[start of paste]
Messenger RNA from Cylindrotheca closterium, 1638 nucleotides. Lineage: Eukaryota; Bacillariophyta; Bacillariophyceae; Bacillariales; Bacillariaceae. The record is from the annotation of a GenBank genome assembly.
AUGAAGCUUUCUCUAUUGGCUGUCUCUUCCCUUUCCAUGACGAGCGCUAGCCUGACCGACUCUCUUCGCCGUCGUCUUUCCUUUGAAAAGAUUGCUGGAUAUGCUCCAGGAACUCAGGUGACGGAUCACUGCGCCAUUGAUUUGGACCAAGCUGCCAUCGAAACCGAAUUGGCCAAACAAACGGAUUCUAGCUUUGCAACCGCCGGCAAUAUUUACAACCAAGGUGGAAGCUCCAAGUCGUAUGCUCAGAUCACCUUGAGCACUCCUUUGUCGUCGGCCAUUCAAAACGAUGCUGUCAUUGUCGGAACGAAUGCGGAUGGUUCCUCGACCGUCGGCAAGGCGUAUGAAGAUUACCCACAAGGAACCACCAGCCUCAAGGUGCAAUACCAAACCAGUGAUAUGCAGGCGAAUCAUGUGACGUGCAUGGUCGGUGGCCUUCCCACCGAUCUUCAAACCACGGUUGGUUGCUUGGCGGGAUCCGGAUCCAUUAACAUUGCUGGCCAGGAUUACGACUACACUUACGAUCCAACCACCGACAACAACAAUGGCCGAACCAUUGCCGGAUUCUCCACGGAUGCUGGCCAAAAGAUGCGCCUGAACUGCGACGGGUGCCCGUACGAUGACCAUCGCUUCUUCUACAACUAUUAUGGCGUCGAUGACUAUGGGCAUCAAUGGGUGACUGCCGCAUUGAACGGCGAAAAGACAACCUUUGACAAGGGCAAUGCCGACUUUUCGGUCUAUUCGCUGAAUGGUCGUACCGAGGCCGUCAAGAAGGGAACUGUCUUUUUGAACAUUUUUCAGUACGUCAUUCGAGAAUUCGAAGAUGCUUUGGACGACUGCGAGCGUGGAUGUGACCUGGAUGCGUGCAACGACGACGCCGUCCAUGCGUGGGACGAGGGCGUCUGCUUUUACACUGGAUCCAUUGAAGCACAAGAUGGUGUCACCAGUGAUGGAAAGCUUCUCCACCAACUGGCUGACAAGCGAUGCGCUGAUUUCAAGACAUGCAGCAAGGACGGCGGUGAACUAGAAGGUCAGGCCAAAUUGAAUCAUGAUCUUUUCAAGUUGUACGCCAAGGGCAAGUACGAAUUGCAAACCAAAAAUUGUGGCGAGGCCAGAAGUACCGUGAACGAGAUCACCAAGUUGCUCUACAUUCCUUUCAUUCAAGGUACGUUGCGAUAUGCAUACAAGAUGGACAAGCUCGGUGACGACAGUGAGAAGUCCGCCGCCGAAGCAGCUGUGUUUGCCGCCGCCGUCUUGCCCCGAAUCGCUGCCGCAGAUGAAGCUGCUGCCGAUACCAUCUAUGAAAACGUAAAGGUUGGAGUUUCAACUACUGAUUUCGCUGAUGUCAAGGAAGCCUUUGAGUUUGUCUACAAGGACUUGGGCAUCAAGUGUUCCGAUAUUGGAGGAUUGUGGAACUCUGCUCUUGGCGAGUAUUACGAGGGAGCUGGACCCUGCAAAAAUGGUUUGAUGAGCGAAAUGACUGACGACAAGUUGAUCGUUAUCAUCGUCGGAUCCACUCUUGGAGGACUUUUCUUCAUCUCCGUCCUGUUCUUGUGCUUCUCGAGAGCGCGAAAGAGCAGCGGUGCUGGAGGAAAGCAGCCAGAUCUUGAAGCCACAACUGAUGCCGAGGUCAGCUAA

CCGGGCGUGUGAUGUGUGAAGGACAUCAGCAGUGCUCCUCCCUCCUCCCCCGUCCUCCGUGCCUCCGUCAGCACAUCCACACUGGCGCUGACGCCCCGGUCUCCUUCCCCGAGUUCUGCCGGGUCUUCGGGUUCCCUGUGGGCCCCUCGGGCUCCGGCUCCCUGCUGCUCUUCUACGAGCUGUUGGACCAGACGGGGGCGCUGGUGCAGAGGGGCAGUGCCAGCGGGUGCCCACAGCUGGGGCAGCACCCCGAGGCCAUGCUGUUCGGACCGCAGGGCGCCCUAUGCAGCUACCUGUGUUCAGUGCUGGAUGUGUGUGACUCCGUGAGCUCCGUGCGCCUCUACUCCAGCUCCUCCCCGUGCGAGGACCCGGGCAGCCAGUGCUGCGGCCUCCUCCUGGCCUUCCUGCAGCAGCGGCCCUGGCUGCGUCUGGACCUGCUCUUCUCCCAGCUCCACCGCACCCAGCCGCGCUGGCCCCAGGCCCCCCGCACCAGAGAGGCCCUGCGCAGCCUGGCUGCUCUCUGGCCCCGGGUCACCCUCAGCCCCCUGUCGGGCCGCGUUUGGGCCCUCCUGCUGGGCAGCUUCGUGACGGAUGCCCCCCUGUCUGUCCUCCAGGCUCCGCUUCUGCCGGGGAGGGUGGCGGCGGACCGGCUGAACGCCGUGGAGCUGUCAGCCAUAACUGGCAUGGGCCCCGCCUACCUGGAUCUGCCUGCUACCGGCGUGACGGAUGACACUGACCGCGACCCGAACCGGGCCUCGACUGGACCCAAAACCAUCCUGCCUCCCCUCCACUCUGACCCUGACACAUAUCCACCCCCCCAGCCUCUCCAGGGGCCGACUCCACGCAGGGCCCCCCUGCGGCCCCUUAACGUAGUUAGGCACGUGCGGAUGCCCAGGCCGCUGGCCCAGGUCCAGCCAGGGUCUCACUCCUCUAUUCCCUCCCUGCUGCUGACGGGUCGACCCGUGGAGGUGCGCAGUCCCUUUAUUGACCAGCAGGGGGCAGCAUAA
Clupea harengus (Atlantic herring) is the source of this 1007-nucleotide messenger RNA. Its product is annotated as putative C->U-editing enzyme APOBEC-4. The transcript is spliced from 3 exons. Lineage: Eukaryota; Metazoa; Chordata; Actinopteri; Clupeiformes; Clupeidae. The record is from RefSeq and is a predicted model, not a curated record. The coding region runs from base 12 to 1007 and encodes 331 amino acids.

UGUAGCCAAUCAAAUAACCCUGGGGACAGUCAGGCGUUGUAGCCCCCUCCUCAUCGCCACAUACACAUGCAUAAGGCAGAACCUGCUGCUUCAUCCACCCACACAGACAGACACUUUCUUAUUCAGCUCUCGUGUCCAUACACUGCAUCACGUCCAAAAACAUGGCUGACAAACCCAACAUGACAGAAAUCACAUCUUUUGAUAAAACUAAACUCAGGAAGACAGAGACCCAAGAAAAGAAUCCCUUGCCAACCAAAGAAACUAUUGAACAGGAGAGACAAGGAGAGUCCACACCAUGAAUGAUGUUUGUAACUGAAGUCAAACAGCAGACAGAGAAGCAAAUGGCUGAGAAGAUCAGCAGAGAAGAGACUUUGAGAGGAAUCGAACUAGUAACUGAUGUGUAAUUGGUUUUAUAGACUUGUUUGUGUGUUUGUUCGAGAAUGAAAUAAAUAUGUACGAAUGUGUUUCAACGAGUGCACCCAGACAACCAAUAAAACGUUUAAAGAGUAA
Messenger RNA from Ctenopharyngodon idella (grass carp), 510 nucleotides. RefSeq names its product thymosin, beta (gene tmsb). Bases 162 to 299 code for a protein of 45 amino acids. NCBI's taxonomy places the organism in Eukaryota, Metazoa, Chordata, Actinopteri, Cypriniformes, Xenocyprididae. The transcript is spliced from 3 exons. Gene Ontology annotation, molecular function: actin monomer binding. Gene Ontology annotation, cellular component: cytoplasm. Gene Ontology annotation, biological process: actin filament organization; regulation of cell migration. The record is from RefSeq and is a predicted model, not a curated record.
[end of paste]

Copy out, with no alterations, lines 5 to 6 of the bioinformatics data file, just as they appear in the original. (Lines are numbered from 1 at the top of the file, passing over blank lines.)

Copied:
UGUAGCCAAUCAAAUAACCCUGGGGACAGUCAGGCGUUGUAGCCCCCUCCUCAUCGCCACAUACACAUGCAUAAGGCAGAACCUGCUGCUUCAUCCACCCACACAGACAGACACUUUCUUAUUCAGCUCUCGUGUCCAUACACUGCAUCACGUCCAAAAACAUGGCUGACAAACCCAACAUGACAGAAAUCACAUCUUUUGAUAAAACUAAACUCAGGAAGACAGAGACCCAAGAAAAGAAUCCCUUGCCAACCAAAGAAACUAUUGAACAGGAGAGACAAGGAGAGUCCACACCAUGAAUGAUGUUUGUAACUGAAGUCAAACAGCAGACAGAGAAGCAAAUGGCUGAGAAGAUCAGCAGAGAAGAGACUUUGAGAGGAAUCGAACUAGUAACUGAUGUGUAAUUGGUUUUAUAGACUUGUUUGUGUGUUUGUUCGAGAAUGAAAUAAAUAUGUACGAAUGUGUUUCAACGAGUGCACCCAGACAACCAAUAAAACGUUUAAAGAGUAA
Messenger RNA from Ctenopharyngodon idella (grass carp), 510 nucleotides. RefSeq names its product thymosin, beta (gene tmsb). Bases 162 to 299 code for a protein of 45 amino acids. NCBI's taxonomy places the organism in Eukaryota, Metazoa, Chordata, Actinopteri, Cypriniformes, Xenocyprididae. The transcript is spliced from 3 exons. Gene Ontology annotation, molecular function: actin monomer binding. Gene Ontology annotation, cellular component: cytoplasm. Gene Ontology annotation, biological process: actin filament organization; regulation of cell migration. The record is from RefSeq and is a predicted model, not a curated record.